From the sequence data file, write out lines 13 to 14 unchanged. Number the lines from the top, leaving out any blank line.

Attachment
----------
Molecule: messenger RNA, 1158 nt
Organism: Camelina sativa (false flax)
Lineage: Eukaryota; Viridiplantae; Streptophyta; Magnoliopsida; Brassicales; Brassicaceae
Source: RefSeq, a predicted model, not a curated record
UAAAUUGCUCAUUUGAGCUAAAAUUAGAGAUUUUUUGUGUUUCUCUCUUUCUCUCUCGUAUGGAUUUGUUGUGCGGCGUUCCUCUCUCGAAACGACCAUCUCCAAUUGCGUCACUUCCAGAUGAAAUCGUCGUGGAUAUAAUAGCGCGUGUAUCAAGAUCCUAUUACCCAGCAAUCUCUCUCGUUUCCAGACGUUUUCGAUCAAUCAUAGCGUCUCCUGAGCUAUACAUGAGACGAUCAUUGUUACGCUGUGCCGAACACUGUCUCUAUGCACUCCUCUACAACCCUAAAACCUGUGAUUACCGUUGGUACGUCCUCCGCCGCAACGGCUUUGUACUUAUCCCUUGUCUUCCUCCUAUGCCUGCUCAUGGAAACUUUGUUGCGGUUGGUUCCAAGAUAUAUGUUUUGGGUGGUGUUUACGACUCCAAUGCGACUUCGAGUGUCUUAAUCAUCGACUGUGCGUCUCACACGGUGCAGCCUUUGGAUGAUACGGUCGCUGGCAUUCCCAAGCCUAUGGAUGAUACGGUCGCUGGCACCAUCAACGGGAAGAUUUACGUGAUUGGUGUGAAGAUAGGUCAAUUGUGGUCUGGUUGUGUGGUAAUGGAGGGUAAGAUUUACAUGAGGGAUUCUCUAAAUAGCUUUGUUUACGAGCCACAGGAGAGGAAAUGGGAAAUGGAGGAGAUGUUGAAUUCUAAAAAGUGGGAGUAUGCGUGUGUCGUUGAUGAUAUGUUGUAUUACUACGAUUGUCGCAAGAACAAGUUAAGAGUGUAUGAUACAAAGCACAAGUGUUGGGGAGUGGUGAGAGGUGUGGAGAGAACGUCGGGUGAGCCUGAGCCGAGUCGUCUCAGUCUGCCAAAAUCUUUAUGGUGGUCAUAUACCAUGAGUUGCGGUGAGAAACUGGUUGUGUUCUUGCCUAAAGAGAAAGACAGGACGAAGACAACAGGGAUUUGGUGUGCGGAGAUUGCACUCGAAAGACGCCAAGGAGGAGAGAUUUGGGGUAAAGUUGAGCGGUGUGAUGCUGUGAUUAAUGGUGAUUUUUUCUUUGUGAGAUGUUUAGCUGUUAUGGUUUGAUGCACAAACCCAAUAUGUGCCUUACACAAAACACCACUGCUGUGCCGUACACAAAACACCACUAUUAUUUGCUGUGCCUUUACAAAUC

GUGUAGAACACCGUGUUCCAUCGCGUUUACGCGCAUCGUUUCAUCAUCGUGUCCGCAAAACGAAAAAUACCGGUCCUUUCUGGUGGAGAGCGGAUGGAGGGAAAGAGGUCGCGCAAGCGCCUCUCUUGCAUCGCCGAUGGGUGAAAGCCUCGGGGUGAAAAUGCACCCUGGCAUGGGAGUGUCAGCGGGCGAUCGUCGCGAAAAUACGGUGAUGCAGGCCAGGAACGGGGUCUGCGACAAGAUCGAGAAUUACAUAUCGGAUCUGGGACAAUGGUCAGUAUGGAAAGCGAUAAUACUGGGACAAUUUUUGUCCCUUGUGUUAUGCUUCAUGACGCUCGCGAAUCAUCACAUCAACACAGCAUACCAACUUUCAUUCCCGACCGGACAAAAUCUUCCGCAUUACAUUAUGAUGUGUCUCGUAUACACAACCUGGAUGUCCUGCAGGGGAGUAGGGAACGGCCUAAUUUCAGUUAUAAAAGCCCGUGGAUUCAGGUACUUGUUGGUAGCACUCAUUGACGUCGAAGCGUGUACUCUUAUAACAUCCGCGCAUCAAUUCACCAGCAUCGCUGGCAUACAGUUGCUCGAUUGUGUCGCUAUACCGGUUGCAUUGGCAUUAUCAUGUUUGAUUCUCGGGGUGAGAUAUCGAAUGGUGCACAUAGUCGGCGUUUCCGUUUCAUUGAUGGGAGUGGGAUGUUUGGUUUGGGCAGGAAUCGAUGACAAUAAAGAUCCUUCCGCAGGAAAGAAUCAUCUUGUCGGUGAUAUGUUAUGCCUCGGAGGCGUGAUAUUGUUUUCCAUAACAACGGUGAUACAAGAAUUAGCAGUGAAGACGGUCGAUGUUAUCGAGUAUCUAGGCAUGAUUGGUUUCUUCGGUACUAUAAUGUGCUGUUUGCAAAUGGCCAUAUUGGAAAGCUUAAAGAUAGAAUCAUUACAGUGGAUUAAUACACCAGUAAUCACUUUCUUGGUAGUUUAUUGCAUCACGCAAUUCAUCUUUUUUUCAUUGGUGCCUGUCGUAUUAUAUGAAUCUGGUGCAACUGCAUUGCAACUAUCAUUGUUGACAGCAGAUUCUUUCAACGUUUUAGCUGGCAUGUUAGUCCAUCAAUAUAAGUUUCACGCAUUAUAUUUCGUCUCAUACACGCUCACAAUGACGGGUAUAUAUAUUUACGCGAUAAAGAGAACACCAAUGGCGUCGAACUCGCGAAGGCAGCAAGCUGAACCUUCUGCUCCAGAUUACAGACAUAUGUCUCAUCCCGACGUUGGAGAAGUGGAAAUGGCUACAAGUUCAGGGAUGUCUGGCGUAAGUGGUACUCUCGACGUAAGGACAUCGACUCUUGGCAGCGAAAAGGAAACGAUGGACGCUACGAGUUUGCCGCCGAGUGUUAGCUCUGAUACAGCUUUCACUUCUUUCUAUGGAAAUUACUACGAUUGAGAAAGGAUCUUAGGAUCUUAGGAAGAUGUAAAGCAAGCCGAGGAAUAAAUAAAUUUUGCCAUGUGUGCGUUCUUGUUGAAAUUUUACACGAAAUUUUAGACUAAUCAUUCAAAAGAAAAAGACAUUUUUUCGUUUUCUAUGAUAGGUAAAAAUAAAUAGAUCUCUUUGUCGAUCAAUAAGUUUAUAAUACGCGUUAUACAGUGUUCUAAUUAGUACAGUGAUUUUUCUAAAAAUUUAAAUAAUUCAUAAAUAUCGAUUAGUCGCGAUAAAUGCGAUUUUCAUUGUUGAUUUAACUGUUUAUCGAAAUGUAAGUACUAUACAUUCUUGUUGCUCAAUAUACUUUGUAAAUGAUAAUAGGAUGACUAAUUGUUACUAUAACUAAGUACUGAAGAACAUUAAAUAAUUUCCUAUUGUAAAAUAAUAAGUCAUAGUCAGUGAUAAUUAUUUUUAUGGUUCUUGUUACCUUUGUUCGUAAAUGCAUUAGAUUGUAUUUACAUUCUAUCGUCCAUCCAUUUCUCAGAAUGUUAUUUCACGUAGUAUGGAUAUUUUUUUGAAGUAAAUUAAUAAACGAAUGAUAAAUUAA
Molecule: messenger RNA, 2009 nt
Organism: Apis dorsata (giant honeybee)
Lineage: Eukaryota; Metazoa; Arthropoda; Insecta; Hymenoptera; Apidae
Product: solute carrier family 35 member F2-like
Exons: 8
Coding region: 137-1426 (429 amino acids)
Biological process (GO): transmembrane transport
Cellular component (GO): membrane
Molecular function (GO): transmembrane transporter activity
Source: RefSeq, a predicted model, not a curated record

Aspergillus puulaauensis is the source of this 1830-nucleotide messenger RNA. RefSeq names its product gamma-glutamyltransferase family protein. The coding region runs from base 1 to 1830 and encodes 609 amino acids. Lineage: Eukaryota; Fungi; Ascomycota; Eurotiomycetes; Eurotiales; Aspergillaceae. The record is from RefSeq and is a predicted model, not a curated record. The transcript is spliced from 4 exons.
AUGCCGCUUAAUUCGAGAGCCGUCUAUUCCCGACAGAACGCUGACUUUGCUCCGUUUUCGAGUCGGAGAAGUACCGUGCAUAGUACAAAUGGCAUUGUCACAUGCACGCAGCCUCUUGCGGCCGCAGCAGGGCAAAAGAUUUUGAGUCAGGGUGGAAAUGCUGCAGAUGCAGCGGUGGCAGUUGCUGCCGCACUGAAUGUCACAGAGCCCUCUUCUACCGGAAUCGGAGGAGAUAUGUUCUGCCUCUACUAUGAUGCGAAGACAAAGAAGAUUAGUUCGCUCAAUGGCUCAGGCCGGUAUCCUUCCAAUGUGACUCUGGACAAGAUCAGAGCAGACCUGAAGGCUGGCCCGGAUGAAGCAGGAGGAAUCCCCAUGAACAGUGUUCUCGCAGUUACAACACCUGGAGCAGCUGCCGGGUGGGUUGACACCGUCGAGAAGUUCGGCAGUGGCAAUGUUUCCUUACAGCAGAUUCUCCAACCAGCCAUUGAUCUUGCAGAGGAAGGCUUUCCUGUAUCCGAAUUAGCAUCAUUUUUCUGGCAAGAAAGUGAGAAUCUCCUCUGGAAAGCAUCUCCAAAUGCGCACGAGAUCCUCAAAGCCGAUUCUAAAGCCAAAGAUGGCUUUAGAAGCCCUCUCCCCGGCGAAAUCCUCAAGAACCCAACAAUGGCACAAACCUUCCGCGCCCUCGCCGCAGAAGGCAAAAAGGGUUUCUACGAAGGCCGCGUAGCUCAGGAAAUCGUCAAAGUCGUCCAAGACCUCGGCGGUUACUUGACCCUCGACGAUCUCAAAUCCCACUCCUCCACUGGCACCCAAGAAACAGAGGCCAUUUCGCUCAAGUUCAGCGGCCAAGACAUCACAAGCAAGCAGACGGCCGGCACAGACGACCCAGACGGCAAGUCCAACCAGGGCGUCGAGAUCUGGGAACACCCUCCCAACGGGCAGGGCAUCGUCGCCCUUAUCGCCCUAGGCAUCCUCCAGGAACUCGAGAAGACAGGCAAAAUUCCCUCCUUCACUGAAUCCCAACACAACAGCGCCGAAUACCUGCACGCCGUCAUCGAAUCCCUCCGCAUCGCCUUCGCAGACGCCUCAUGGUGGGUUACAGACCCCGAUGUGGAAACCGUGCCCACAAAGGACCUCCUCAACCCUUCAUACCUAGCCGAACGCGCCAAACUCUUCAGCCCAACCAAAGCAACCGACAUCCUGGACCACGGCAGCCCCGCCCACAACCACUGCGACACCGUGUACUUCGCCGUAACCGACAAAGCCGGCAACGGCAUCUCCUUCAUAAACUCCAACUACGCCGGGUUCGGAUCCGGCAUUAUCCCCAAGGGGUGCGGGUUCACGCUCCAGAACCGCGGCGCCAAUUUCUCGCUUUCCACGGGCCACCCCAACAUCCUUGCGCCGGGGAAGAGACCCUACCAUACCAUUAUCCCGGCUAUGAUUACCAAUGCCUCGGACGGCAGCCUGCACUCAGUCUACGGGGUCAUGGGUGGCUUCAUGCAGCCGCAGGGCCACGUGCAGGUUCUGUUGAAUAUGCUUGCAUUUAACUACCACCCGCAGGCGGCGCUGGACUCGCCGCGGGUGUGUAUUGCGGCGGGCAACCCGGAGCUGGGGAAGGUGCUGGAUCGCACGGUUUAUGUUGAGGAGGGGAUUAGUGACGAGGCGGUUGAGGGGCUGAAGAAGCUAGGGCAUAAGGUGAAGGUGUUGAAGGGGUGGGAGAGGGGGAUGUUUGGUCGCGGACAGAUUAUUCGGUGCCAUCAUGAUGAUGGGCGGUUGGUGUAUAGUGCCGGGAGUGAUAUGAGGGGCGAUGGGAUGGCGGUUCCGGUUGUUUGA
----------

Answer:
Biological process (GO): transmembrane transport
Cellular component (GO): membrane